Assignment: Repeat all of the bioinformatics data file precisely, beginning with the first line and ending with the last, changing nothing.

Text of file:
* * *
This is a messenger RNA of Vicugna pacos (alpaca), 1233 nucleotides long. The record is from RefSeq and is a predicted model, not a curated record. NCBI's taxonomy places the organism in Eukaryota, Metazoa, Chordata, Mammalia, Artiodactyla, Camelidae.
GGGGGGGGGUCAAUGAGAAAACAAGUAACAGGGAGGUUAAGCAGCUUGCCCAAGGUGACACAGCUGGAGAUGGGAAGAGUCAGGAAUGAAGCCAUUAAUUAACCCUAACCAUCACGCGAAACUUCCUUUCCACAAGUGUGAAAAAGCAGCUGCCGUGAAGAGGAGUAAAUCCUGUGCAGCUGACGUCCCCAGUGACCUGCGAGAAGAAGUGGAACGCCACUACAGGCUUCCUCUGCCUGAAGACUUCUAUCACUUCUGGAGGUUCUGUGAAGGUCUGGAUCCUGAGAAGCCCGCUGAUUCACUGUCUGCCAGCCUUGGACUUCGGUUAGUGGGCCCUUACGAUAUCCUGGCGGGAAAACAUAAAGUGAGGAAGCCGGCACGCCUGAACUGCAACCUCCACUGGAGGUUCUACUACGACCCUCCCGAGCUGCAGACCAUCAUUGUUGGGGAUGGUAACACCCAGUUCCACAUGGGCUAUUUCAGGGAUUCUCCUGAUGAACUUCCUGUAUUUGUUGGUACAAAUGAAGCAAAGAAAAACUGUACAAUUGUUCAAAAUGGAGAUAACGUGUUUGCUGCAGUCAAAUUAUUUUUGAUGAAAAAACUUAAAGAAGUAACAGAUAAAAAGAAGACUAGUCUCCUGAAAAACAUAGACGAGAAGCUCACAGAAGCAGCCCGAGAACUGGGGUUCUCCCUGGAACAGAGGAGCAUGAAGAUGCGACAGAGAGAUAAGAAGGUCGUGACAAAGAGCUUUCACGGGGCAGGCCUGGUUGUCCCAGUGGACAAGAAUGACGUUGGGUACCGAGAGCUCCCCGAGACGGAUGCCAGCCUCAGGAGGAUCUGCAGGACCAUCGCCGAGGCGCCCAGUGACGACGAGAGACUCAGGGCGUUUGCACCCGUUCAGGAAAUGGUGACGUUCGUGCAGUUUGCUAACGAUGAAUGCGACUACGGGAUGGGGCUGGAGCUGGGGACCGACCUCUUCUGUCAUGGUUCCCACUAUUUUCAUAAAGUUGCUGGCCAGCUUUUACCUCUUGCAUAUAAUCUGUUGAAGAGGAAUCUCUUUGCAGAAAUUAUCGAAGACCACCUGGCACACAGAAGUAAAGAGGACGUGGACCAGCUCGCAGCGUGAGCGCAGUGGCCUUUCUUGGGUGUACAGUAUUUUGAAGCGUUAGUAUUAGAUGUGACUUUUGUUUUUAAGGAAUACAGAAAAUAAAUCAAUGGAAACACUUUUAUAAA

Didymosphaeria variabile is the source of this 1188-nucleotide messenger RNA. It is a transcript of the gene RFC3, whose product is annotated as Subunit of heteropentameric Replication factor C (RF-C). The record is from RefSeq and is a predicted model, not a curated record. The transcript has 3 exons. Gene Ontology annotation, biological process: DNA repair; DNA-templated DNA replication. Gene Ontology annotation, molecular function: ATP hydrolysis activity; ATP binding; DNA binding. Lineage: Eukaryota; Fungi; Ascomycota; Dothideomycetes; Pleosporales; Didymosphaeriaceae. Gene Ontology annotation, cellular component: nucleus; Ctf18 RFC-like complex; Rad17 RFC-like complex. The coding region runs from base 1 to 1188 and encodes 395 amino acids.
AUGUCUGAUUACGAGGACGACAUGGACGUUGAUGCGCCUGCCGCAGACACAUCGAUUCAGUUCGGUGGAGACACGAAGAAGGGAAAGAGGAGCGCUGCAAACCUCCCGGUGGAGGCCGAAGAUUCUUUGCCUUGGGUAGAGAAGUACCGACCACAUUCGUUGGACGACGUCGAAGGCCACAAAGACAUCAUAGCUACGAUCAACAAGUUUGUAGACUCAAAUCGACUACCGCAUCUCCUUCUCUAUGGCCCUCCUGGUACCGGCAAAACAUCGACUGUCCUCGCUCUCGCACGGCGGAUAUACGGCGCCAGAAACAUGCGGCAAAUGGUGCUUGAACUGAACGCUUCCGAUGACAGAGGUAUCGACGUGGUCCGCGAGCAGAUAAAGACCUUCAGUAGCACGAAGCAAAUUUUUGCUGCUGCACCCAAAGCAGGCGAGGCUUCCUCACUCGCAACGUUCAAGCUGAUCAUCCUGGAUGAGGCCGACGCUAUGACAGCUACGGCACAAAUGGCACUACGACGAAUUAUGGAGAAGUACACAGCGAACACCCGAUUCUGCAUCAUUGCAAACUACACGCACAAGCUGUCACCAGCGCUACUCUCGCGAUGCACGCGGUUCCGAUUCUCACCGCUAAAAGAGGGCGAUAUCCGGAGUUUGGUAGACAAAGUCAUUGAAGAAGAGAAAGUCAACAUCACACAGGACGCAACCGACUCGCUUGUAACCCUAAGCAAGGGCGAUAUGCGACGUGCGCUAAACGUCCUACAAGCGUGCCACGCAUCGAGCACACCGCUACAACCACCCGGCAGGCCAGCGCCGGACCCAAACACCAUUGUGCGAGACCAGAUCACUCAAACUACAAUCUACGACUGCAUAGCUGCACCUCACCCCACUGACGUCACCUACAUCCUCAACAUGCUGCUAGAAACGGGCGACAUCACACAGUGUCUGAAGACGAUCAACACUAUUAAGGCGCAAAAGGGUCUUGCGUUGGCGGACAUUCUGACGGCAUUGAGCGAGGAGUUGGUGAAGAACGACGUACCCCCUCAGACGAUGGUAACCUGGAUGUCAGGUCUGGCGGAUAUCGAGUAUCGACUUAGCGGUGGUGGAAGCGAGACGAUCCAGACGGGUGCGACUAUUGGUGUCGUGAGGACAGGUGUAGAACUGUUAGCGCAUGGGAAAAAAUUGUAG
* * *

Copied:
This is a messenger RNA of Vicugna pacos (alpaca), 1233 nucleotides long. The record is from RefSeq and is a predicted model, not a curated record. NCBI's taxonomy places the organism in Eukaryota, Metazoa, Chordata, Mammalia, Artiodactyla, Camelidae.
GGGGGGGGGUCAAUGAGAAAACAAGUAACAGGGAGGUUAAGCAGCUUGCCCAAGGUGACACAGCUGGAGAUGGGAAGAGUCAGGAAUGAAGCCAUUAAUUAACCCUAACCAUCACGCGAAACUUCCUUUCCACAAGUGUGAAAAAGCAGCUGCCGUGAAGAGGAGUAAAUCCUGUGCAGCUGACGUCCCCAGUGACCUGCGAGAAGAAGUGGAACGCCACUACAGGCUUCCUCUGCCUGAAGACUUCUAUCACUUCUGGAGGUUCUGUGAAGGUCUGGAUCCUGAGAAGCCCGCUGAUUCACUGUCUGCCAGCCUUGGACUUCGGUUAGUGGGCCCUUACGAUAUCCUGGCGGGAAAACAUAAAGUGAGGAAGCCGGCACGCCUGAACUGCAACCUCCACUGGAGGUUCUACUACGACCCUCCCGAGCUGCAGACCAUCAUUGUUGGGGAUGGUAACACCCAGUUCCACAUGGGCUAUUUCAGGGAUUCUCCUGAUGAACUUCCUGUAUUUGUUGGUACAAAUGAAGCAAAGAAAAACUGUACAAUUGUUCAAAAUGGAGAUAACGUGUUUGCUGCAGUCAAAUUAUUUUUGAUGAAAAAACUUAAAGAAGUAACAGAUAAAAAGAAGACUAGUCUCCUGAAAAACAUAGACGAGAAGCUCACAGAAGCAGCCCGAGAACUGGGGUUCUCCCUGGAACAGAGGAGCAUGAAGAUGCGACAGAGAGAUAAGAAGGUCGUGACAAAGAGCUUUCACGGGGCAGGCCUGGUUGUCCCAGUGGACAAGAAUGACGUUGGGUACCGAGAGCUCCCCGAGACGGAUGCCAGCCUCAGGAGGAUCUGCAGGACCAUCGCCGAGGCGCCCAGUGACGACGAGAGACUCAGGGCGUUUGCACCCGUUCAGGAAAUGGUGACGUUCGUGCAGUUUGCUAACGAUGAAUGCGACUACGGGAUGGGGCUGGAGCUGGGGACCGACCUCUUCUGUCAUGGUUCCCACUAUUUUCAUAAAGUUGCUGGCCAGCUUUUACCUCUUGCAUAUAAUCUGUUGAAGAGGAAUCUCUUUGCAGAAAUUAUCGAAGACCACCUGGCACACAGAAGUAAAGAGGACGUGGACCAGCUCGCAGCGUGAGCGCAGUGGCCUUUCUUGGGUGUACAGUAUUUUGAAGCGUUAGUAUUAGAUGUGACUUUUGUUUUUAAGGAAUACAGAAAAUAAAUCAAUGGAAACACUUUUAUAAA

Didymosphaeria variabile is the source of this 1188-nucleotide messenger RNA. It is a transcript of the gene RFC3, whose product is annotated as Subunit of heteropentameric Replication factor C (RF-C). The record is from RefSeq and is a predicted model, not a curated record. The transcript has 3 exons. Gene Ontology annotation, biological process: DNA repair; DNA-templated DNA replication. Gene Ontology annotation, molecular function: ATP hydrolysis activity; ATP binding; DNA binding. Lineage: Eukaryota; Fungi; Ascomycota; Dothideomycetes; Pleosporales; Didymosphaeriaceae. Gene Ontology annotation, cellular component: nucleus; Ctf18 RFC-like complex; Rad17 RFC-like complex. The coding region runs from base 1 to 1188 and encodes 395 amino acids.
AUGUCUGAUUACGAGGACGACAUGGACGUUGAUGCGCCUGCCGCAGACACAUCGAUUCAGUUCGGUGGAGACACGAAGAAGGGAAAGAGGAGCGCUGCAAACCUCCCGGUGGAGGCCGAAGAUUCUUUGCCUUGGGUAGAGAAGUACCGACCACAUUCGUUGGACGACGUCGAAGGCCACAAAGACAUCAUAGCUACGAUCAACAAGUUUGUAGACUCAAAUCGACUACCGCAUCUCCUUCUCUAUGGCCCUCCUGGUACCGGCAAAACAUCGACUGUCCUCGCUCUCGCACGGCGGAUAUACGGCGCCAGAAACAUGCGGCAAAUGGUGCUUGAACUGAACGCUUCCGAUGACAGAGGUAUCGACGUGGUCCGCGAGCAGAUAAAGACCUUCAGUAGCACGAAGCAAAUUUUUGCUGCUGCACCCAAAGCAGGCGAGGCUUCCUCACUCGCAACGUUCAAGCUGAUCAUCCUGGAUGAGGCCGACGCUAUGACAGCUACGGCACAAAUGGCACUACGACGAAUUAUGGAGAAGUACACAGCGAACACCCGAUUCUGCAUCAUUGCAAACUACACGCACAAGCUGUCACCAGCGCUACUCUCGCGAUGCACGCGGUUCCGAUUCUCACCGCUAAAAGAGGGCGAUAUCCGGAGUUUGGUAGACAAAGUCAUUGAAGAAGAGAAAGUCAACAUCACACAGGACGCAACCGACUCGCUUGUAACCCUAAGCAAGGGCGAUAUGCGACGUGCGCUAAACGUCCUACAAGCGUGCCACGCAUCGAGCACACCGCUACAACCACCCGGCAGGCCAGCGCCGGACCCAAACACCAUUGUGCGAGACCAGAUCACUCAAACUACAAUCUACGACUGCAUAGCUGCACCUCACCCCACUGACGUCACCUACAUCCUCAACAUGCUGCUAGAAACGGGCGACAUCACACAGUGUCUGAAGACGAUCAACACUAUUAAGGCGCAAAAGGGUCUUGCGUUGGCGGACAUUCUGACGGCAUUGAGCGAGGAGUUGGUGAAGAACGACGUACCCCCUCAGACGAUGGUAACCUGGAUGUCAGGUCUGGCGGAUAUCGAGUAUCGACUUAGCGGUGGUGGAAGCGAGACGAUCCAGACGGGUGCGACUAUUGGUGUCGUGAGGACAGGUGUAGAACUGUUAGCGCAUGGGAAAAAAUUGUAG